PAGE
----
We love living in our rural communities and very rarely do we envy those folks who choose to find their way into claustrophobic urban areas, disconnected from the land and more apt to spend hours a staring at license plates in bumper-to-bumper traffic than to enjoy the American landscape.
And as more people make the shift toward city living, some news pundits have noted that that will create an imbalance in representation in the U.S. Senate, where the states with largely rural populations will have equal voice in that governmental branch as do higher-density states. That foreshadowing is the source of a tweet by MSNBC’s Joy Reid, the host of “AM Joy.” In it, she lashed out at the rural minority as “the core threat to our democracy.”
This is the core threat to our democracy. The rural minority — the people @JYSexton just wrote a long thread about — have and will continue to have disproportionate power over the urban majority. https://t.co/fzBHaZ9kzR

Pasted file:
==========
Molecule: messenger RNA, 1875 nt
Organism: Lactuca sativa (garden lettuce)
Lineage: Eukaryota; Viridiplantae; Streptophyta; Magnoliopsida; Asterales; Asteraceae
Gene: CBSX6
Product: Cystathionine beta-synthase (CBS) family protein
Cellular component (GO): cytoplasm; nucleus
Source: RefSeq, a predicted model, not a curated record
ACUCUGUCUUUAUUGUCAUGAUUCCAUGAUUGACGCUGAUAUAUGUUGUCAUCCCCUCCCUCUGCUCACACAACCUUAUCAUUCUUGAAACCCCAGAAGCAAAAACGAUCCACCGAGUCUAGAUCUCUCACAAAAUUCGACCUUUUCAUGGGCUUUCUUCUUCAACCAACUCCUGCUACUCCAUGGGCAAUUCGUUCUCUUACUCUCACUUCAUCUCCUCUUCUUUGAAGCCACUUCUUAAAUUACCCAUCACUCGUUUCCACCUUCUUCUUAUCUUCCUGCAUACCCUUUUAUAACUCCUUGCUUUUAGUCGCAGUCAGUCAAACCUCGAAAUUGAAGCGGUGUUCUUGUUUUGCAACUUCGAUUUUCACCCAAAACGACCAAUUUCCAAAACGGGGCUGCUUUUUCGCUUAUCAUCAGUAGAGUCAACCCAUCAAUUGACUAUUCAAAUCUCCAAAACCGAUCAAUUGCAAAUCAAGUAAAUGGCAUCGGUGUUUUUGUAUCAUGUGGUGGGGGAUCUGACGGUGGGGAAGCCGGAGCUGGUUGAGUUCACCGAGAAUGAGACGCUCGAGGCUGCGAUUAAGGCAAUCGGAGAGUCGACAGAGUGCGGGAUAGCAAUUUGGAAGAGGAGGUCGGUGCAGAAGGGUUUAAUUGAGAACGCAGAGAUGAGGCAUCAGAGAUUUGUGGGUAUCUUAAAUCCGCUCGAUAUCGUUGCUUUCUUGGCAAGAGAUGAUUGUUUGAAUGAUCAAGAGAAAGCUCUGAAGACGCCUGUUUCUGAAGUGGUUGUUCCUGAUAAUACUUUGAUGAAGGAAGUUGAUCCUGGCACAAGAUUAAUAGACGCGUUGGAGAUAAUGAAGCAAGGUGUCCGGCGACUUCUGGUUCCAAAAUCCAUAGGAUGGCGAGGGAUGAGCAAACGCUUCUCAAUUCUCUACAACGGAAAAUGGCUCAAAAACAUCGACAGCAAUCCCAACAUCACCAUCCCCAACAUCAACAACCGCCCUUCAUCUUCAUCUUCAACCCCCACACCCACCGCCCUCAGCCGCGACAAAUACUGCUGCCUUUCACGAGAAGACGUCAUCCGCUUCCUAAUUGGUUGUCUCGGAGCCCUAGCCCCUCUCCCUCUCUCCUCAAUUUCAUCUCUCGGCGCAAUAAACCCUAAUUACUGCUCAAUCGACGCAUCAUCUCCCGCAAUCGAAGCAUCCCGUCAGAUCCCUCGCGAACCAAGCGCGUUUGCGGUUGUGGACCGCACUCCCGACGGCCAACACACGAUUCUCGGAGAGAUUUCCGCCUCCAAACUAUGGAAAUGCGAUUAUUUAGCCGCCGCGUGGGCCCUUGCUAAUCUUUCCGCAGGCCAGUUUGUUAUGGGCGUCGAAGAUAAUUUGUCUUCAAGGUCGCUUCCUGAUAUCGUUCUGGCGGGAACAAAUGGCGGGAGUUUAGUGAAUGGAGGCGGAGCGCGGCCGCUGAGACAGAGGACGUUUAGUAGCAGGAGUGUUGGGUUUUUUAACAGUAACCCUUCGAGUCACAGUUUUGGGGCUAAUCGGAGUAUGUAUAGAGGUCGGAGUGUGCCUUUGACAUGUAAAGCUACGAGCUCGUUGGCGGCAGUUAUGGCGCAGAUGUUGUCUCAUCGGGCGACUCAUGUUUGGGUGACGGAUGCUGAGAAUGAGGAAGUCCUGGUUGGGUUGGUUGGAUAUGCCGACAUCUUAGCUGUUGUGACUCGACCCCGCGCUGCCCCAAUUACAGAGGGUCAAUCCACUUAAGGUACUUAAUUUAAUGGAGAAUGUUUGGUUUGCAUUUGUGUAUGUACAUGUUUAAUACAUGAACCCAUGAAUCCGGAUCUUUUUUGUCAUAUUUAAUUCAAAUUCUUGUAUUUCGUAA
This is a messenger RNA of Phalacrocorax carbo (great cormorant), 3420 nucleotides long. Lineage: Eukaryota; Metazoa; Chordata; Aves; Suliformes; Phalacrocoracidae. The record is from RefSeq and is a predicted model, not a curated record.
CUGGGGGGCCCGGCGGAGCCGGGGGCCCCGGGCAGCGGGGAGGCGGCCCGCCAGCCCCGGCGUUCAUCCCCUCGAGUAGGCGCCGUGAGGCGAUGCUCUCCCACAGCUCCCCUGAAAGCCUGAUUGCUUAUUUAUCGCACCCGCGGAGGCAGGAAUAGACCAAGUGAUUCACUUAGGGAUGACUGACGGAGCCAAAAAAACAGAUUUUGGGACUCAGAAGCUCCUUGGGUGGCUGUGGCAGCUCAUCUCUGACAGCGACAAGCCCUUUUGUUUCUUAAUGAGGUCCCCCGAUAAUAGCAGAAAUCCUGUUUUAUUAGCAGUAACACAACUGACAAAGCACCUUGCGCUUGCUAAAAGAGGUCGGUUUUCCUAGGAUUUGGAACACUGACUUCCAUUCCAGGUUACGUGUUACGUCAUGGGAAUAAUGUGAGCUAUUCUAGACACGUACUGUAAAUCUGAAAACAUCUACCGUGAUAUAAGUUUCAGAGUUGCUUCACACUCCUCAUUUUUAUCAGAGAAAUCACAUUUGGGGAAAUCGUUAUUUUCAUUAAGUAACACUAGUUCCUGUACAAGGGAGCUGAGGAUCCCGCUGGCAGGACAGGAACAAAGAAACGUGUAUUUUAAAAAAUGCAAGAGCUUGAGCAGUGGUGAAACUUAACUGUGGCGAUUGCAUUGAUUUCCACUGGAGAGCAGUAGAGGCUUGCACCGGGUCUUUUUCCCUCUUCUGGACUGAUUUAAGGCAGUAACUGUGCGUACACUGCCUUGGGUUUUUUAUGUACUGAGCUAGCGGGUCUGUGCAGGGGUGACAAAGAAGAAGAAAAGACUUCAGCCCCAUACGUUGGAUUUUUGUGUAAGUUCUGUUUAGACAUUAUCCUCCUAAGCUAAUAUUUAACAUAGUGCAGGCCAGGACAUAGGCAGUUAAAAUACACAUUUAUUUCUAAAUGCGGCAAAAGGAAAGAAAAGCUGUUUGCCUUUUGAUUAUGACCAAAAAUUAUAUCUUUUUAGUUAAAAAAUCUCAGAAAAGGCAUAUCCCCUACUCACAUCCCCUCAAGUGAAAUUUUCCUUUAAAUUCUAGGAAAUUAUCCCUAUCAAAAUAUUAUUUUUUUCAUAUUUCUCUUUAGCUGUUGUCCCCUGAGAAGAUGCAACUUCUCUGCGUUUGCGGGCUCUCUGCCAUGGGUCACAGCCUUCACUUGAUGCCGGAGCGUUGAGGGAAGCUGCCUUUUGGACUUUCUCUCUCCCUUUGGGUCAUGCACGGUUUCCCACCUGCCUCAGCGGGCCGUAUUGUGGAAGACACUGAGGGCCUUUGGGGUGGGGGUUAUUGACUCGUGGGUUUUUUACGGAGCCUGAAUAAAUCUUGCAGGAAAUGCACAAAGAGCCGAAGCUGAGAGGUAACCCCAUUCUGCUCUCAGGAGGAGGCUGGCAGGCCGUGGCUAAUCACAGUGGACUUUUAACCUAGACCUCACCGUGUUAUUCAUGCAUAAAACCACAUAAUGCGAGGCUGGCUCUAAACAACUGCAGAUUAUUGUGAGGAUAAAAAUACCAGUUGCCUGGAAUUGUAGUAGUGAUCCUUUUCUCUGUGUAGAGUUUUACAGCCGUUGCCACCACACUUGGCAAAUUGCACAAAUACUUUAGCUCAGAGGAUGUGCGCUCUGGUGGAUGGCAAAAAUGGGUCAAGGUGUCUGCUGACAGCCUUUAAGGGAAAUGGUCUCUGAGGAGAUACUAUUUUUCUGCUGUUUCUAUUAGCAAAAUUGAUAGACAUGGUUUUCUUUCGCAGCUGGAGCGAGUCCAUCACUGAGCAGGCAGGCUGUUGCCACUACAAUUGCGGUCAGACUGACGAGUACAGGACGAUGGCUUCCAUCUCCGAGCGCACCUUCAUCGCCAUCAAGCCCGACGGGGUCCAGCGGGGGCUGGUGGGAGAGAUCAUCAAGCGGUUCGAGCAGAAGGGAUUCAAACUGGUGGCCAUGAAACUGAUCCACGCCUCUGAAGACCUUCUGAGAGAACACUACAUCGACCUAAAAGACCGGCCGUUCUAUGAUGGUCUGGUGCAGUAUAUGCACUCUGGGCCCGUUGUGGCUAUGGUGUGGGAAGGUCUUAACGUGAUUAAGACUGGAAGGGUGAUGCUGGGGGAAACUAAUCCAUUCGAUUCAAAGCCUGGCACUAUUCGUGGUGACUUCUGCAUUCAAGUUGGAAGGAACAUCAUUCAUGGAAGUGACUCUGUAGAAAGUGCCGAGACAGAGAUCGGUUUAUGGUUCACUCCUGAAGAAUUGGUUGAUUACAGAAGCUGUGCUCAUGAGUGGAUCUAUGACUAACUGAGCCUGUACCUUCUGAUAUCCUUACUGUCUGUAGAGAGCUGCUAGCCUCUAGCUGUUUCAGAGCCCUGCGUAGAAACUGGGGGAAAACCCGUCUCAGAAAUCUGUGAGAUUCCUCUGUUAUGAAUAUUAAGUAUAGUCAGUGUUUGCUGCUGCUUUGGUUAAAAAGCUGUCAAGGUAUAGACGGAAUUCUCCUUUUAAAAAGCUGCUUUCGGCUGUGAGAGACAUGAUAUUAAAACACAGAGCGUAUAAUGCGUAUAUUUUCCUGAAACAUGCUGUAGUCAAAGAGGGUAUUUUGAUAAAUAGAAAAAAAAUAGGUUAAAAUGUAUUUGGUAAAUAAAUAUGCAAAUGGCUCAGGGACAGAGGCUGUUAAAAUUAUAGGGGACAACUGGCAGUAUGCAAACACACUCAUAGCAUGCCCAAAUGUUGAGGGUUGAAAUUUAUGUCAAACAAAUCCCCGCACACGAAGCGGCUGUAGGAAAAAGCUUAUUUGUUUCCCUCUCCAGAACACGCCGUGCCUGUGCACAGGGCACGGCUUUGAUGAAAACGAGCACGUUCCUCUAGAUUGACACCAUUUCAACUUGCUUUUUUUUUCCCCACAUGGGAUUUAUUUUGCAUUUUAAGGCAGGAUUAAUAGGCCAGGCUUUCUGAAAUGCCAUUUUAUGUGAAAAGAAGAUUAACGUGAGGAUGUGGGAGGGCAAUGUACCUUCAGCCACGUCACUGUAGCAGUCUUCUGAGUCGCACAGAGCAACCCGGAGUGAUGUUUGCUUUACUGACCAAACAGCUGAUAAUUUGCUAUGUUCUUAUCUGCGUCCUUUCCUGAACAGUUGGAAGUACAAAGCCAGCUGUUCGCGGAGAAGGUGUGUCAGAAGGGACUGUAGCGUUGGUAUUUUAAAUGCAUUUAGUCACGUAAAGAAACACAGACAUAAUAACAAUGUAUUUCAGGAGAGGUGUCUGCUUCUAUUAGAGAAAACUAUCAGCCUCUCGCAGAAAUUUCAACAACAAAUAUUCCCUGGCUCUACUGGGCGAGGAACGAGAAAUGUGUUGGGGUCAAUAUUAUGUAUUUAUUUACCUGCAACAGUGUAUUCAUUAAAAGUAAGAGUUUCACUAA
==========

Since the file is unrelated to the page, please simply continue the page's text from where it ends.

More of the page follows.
— Joy Reid (@JoyAnnReid) November 26, 2017
Yes, you read that right: “This is the core threat to our democracy. The rural minority — the people @JYSexton just wrote a long thread about — have and will continue to have disproportionate power over the urban majority.”
It’s probably no surprise in a political environment that has been particularly divisive and antagonistic over the past decade that this would be someone’s viewpoint. If you live in a rural area, you’ve probably felt some of this disdain before on the national level. But don’t be ashamed of the values and perspectives you hold. The melting pot of all ideas are what make this country great, and the fact that the Founding Fathers created a Senate structure guaranteeing that each state would have equal representation in the chamber was an intentional effort not to let power pool in our urban sectors.
AGDAILY columnist Amanda Zaluckyj explains it well in her column, “Respect, don’t revile, rural American voters,” which she wrote immediately after the last presidential election.